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End of the Century

Fin de Siglo (End of the Century)

The first ten, dialogue-free minutes are devoted to observing Ocho (Juan Barberini), an Argentine poet on holiday in Barcelona, wandering aimlessly through the city. Ocho will later claim to have ended, or at least put on hold, a 20-year relationship because he missed "being alone," but these early scenes make it clear that his newfound solitude brings him no joy, perhaps having forgotten how to be by himself.

Javi (Ramon Pujol), who almost always wears a Kiss t-shirt, catches Ocho's eye. The two meet briefly on a beach, but they don't exchange a word until shortly after Ocho sees him from the balcony of his airbnb, invites him up and, following a short conversation, has sex with him.

After sex, they have a proper conversation, in an uninterrupted shot in which they eat cheese, drink wine and, with a magnificent view in the background, talk at length about love and life. The dialogue flows so naturally and organically that Ocho exclaims: “I feel as if I already knew you”, to which Javi replies, as if it were a matter of course: “Of course we already knew each other”.

We then see an extended flashback to when Ocho originally met Javi two decades prior. In a nutshell, they share a Before Sunrise/Sunset/Midnight-type experience; they walk around the city, go to museums, get drunk on box wine and tequila, dance and kiss. Eventually, the two went their separate ways then, and will go their separate ways now. Alone again, Ocho has a prolonged fantasy wherein he pictures what his life might have been like if he and Javi had stayed together.

(At first it’s not very clear how far back in time we have gone; it's only until they mention that Javi is working on a documentary about the millennium that we get a precise idea. The filmmakers make no visible effort to 'rejuvenate' their characters in the 'past,' or 'age' them in the 'present', neither digitally nor with makeup. This is the same approach that Spike Lee followed in Da 5 Bloods, and it’s the right choice; since the characters are reminiscing, it’s not at all far-fetched that they give their younger selves the same face they see everyday in the mirror)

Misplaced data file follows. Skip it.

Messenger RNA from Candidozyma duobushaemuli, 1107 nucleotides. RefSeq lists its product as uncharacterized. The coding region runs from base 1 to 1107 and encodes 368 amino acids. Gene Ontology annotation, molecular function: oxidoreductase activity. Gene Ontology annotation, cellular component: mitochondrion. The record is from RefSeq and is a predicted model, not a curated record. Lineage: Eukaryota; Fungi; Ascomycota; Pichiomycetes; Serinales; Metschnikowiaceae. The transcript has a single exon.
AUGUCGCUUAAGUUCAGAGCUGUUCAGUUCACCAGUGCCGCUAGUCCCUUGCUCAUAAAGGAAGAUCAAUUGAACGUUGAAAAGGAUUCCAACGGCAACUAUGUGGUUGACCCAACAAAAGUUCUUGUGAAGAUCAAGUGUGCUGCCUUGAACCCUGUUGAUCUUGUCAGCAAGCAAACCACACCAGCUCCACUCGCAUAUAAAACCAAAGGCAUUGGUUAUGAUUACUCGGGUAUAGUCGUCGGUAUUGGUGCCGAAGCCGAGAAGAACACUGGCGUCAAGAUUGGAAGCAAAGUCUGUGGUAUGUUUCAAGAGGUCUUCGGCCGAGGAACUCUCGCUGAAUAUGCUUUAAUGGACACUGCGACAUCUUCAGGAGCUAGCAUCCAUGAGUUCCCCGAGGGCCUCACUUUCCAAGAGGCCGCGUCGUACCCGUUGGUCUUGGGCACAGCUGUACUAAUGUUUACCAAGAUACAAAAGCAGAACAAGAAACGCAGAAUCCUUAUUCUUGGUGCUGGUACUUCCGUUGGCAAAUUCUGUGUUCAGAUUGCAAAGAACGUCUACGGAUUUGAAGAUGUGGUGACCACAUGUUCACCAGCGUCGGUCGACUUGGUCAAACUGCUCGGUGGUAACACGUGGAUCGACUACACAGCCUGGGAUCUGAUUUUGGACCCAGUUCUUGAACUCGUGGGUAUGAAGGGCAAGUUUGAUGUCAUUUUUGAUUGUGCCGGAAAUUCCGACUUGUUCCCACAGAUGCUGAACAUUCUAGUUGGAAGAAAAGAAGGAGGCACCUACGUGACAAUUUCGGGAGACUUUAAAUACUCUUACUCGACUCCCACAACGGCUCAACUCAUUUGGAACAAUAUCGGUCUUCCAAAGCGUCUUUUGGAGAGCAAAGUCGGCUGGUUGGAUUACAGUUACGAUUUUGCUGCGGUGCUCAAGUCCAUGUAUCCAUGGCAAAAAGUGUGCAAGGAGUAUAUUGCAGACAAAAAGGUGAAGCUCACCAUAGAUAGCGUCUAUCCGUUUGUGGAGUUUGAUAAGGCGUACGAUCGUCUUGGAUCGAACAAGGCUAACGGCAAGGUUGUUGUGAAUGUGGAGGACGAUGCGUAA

Now, about two-thirds of this film consist of one flashbacks and one dreamlike sequence, but this is by no means filler material. The latter, for example, is not all that far removed from, say, the final stretch of The Last Temptation of Christ — the key difference being that Jesus still has time to choose another course of action, while for Ocho Eight the right time has and continues to elude him.

Before, it was too soon, when he and Javi were both in heterosexual relationships and didn't know for sure what they wanted. And now it's too late; like Ocho, Javi is temporarily on his own in Barcelona, and has to — and wants to — return to Berlin to his husband and daughter (a point is made of Javi’s open relationship with his partner, so that he doesn’t come across as a two-timing bastard).